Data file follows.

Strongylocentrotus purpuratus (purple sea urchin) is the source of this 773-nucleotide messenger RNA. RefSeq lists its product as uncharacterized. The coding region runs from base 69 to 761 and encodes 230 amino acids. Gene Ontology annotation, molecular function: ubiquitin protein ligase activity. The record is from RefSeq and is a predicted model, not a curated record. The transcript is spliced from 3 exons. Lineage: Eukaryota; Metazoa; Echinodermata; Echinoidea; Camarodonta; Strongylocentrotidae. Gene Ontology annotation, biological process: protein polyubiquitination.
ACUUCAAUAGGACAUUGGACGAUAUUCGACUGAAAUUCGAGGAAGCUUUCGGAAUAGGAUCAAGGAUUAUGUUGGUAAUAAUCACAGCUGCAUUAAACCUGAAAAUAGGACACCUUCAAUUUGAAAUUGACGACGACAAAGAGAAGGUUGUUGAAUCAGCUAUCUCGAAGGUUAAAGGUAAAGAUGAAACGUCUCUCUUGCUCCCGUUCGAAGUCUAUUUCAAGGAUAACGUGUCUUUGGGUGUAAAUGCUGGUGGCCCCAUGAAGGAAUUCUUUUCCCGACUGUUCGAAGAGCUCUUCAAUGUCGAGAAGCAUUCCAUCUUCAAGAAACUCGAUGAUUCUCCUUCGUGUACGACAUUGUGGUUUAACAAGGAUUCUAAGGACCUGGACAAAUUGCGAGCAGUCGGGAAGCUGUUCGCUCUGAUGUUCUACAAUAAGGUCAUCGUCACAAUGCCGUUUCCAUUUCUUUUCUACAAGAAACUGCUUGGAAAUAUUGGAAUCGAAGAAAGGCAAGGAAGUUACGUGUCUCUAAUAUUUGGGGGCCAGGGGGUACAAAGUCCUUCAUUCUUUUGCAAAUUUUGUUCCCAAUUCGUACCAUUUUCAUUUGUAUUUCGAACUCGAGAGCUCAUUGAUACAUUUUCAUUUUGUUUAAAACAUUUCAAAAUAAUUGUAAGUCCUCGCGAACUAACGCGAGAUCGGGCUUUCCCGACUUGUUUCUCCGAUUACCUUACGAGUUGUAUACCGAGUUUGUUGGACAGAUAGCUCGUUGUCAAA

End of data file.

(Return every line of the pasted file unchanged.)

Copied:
Strongylocentrotus purpuratus (purple sea urchin) is the source of this 773-nucleotide messenger RNA. RefSeq lists its product as uncharacterized. The coding region runs from base 69 to 761 and encodes 230 amino acids. Gene Ontology annotation, molecular function: ubiquitin protein ligase activity. The record is from RefSeq and is a predicted model, not a curated record. The transcript is spliced from 3 exons. Lineage: Eukaryota; Metazoa; Echinodermata; Echinoidea; Camarodonta; Strongylocentrotidae. Gene Ontology annotation, biological process: protein polyubiquitination.
ACUUCAAUAGGACAUUGGACGAUAUUCGACUGAAAUUCGAGGAAGCUUUCGGAAUAGGAUCAAGGAUUAUGUUGGUAAUAAUCACAGCUGCAUUAAACCUGAAAAUAGGACACCUUCAAUUUGAAAUUGACGACGACAAAGAGAAGGUUGUUGAAUCAGCUAUCUCGAAGGUUAAAGGUAAAGAUGAAACGUCUCUCUUGCUCCCGUUCGAAGUCUAUUUCAAGGAUAACGUGUCUUUGGGUGUAAAUGCUGGUGGCCCCAUGAAGGAAUUCUUUUCCCGACUGUUCGAAGAGCUCUUCAAUGUCGAGAAGCAUUCCAUCUUCAAGAAACUCGAUGAUUCUCCUUCGUGUACGACAUUGUGGUUUAACAAGGAUUCUAAGGACCUGGACAAAUUGCGAGCAGUCGGGAAGCUGUUCGCUCUGAUGUUCUACAAUAAGGUCAUCGUCACAAUGCCGUUUCCAUUUCUUUUCUACAAGAAACUGCUUGGAAAUAUUGGAAUCGAAGAAAGGCAAGGAAGUUACGUGUCUCUAAUAUUUGGGGGCCAGGGGGUACAAAGUCCUUCAUUCUUUUGCAAAUUUUGUUCCCAAUUCGUACCAUUUUCAUUUGUAUUUCGAACUCGAGAGCUCAUUGAUACAUUUUCAUUUUGUUUAAAACAUUUCAAAAUAAUUGUAAGUCCUCGCGAACUAACGCGAGAUCGGGCUUUCCCGACUUGUUUCUCCGAUUACCUUACGAGUUGUAUACCGAGUUUGUUGGACAGAUAGCUCGUUGUCAAA